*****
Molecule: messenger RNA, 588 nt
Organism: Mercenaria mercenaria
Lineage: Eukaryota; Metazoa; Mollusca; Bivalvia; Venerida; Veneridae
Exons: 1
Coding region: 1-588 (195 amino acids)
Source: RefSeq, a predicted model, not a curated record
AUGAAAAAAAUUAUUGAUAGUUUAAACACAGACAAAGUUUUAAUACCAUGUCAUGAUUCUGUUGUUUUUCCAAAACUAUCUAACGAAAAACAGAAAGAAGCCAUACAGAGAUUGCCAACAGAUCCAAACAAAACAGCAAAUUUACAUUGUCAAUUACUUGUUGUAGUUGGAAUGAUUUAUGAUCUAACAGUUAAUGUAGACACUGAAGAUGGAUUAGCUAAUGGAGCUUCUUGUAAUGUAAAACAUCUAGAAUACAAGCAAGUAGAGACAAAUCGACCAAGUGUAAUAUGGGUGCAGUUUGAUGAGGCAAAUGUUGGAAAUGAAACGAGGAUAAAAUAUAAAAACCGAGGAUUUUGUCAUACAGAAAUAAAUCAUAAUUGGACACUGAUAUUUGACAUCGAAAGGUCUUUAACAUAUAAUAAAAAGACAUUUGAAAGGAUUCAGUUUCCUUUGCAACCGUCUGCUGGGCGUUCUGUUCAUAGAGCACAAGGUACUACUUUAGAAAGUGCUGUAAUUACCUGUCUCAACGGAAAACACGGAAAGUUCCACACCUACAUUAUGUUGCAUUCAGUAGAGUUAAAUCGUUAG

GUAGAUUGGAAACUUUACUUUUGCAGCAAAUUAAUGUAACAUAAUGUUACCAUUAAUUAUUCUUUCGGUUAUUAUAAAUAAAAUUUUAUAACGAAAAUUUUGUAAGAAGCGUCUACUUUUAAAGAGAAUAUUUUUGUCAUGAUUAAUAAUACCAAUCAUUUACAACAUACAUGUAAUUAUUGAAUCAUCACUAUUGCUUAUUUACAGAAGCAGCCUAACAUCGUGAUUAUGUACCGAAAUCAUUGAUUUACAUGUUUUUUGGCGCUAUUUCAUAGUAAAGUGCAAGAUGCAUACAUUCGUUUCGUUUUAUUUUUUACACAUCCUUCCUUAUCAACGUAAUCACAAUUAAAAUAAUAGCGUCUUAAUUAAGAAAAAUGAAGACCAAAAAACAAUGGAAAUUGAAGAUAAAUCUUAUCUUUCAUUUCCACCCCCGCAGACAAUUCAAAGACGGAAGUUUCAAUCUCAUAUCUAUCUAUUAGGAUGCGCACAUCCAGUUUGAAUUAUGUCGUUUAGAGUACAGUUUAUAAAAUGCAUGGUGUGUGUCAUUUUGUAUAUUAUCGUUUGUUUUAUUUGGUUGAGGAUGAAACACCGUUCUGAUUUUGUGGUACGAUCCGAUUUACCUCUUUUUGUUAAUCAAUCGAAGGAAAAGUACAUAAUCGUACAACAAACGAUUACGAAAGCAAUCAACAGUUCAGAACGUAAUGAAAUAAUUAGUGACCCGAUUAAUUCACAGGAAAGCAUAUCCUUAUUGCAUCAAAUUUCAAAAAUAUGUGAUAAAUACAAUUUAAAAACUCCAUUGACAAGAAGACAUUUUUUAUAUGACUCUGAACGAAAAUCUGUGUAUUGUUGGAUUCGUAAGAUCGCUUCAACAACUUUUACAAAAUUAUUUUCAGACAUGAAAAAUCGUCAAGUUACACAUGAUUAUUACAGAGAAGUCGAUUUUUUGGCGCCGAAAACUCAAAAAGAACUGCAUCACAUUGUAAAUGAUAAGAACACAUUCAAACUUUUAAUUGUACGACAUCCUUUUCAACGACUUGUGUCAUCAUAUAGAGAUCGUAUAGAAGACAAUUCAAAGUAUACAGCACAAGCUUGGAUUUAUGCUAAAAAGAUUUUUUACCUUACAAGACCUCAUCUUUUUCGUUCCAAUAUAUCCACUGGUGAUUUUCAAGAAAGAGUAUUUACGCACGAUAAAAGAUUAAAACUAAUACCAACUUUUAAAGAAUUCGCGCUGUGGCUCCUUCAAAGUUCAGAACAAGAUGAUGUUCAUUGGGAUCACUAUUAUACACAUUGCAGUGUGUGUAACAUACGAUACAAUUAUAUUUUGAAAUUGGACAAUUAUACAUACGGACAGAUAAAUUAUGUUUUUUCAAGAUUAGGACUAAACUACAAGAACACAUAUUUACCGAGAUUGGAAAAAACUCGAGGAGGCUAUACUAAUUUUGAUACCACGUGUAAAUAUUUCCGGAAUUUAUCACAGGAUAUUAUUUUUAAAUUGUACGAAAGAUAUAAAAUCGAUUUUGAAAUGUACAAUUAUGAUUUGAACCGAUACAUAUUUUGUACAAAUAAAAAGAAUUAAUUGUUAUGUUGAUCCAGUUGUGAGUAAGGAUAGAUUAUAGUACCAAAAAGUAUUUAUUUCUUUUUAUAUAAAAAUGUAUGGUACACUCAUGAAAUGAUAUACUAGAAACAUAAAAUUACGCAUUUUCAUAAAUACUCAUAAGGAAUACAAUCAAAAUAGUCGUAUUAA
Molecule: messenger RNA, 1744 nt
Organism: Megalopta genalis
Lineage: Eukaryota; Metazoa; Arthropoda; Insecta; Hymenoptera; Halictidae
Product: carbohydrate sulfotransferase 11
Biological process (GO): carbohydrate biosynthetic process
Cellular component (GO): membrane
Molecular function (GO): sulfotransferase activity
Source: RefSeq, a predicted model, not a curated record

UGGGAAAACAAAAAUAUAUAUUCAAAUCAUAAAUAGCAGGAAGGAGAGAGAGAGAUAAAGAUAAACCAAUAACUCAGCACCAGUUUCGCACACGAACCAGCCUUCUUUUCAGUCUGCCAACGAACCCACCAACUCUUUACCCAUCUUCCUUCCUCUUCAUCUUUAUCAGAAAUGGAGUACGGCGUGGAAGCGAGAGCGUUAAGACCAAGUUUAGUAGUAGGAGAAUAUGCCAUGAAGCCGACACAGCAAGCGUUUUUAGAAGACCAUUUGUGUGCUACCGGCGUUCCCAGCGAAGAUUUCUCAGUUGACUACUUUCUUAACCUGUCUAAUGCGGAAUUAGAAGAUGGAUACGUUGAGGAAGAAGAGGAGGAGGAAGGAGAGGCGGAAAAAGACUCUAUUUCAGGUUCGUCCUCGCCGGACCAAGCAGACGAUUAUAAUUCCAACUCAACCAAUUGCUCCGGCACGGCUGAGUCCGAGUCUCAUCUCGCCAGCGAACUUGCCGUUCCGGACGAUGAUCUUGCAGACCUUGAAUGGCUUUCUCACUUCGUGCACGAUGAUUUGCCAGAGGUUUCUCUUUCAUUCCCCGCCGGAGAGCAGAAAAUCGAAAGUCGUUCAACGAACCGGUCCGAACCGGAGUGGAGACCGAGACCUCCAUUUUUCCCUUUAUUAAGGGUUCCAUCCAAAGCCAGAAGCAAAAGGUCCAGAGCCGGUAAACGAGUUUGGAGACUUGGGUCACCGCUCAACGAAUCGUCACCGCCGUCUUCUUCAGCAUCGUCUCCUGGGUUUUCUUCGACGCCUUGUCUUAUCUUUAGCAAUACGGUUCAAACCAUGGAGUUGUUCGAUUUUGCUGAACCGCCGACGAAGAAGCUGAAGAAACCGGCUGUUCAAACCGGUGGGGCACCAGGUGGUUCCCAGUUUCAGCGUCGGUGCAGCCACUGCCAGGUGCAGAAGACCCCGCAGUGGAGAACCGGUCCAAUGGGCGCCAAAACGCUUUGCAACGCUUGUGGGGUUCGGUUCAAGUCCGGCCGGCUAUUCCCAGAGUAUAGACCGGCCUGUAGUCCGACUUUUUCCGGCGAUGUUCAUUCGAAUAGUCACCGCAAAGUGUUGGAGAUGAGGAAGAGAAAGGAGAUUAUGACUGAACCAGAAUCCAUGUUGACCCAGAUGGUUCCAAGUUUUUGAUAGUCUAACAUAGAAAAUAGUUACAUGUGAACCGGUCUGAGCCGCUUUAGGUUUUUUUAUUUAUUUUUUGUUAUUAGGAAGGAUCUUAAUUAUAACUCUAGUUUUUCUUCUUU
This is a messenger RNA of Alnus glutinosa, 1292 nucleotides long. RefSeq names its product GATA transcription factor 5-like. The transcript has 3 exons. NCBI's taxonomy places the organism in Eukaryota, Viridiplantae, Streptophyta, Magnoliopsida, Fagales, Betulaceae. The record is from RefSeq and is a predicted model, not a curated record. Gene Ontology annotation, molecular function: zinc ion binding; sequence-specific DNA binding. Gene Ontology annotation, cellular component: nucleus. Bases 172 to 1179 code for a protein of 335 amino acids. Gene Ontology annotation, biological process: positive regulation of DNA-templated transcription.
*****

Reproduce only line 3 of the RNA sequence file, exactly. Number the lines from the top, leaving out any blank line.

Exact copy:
Lineage: Eukaryota; Metazoa; Mollusca; Bivalvia; Venerida; Veneridae